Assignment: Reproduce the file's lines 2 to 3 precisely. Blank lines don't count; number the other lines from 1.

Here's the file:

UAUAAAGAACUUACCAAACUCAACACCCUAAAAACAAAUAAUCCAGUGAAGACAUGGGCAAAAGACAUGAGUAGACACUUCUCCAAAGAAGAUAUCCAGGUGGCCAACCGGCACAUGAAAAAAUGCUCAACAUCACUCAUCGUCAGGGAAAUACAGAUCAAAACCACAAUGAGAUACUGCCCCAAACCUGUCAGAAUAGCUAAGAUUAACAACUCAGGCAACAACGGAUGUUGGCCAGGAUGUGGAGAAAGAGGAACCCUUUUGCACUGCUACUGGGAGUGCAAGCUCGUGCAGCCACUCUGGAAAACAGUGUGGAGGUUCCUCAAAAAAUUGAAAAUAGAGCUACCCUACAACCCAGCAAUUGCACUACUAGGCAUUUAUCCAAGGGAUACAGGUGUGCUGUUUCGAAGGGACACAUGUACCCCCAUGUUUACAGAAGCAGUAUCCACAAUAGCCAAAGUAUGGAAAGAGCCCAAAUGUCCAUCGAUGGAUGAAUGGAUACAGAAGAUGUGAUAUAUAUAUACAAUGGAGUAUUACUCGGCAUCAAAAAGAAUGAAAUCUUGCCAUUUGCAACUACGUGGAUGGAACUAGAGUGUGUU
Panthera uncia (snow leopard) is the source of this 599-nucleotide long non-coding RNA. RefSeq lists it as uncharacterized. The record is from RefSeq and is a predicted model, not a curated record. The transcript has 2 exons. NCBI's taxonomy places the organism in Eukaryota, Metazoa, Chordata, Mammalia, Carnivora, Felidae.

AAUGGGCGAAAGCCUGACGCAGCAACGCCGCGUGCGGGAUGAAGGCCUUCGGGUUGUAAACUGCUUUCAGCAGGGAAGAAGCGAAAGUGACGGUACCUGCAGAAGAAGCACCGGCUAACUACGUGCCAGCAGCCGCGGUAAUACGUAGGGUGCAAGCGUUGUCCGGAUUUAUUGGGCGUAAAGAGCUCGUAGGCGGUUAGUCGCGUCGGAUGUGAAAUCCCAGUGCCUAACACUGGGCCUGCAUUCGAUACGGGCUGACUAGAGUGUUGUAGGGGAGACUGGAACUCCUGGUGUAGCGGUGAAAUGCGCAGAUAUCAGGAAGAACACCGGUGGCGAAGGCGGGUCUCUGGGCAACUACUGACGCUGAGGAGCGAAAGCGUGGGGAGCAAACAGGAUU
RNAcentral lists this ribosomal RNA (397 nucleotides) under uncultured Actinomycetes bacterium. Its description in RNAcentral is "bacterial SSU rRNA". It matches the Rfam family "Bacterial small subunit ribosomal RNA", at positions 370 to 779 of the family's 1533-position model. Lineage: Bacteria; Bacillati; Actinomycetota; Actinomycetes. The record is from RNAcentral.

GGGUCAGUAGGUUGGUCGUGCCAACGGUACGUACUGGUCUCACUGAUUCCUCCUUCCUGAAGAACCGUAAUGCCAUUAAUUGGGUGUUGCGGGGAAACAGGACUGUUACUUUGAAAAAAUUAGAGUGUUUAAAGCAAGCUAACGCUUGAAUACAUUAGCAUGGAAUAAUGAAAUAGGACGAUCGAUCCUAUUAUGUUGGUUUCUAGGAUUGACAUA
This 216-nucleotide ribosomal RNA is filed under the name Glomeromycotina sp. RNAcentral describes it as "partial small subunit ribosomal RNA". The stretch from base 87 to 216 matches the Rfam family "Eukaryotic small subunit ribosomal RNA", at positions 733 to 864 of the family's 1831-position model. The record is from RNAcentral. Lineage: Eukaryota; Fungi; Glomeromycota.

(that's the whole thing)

Panthera uncia (snow leopard) is the source of this 599-nucleotide long non-coding RNA. RefSeq lists it as uncharacterized. The record is from RefSeq and is a predicted model, not a curated record. The transcript has 2 exons. NCBI's taxonomy places the organism in Eukaryota, Metazoa, Chordata, Mammalia, Carnivora, Felidae.

AAUGGGCGAAAGCCUGACGCAGCAACGCCGCGUGCGGGAUGAAGGCCUUCGGGUUGUAAACUGCUUUCAGCAGGGAAGAAGCGAAAGUGACGGUACCUGCAGAAGAAGCACCGGCUAACUACGUGCCAGCAGCCGCGGUAAUACGUAGGGUGCAAGCGUUGUCCGGAUUUAUUGGGCGUAAAGAGCUCGUAGGCGGUUAGUCGCGUCGGAUGUGAAAUCCCAGUGCCUAACACUGGGCCUGCAUUCGAUACGGGCUGACUAGAGUGUUGUAGGGGAGACUGGAACUCCUGGUGUAGCGGUGAAAUGCGCAGAUAUCAGGAAGAACACCGGUGGCGAAGGCGGGUCUCUGGGCAACUACUGACGCUGAGGAGCGAAAGCGUGGGGAGCAAACAGGAUU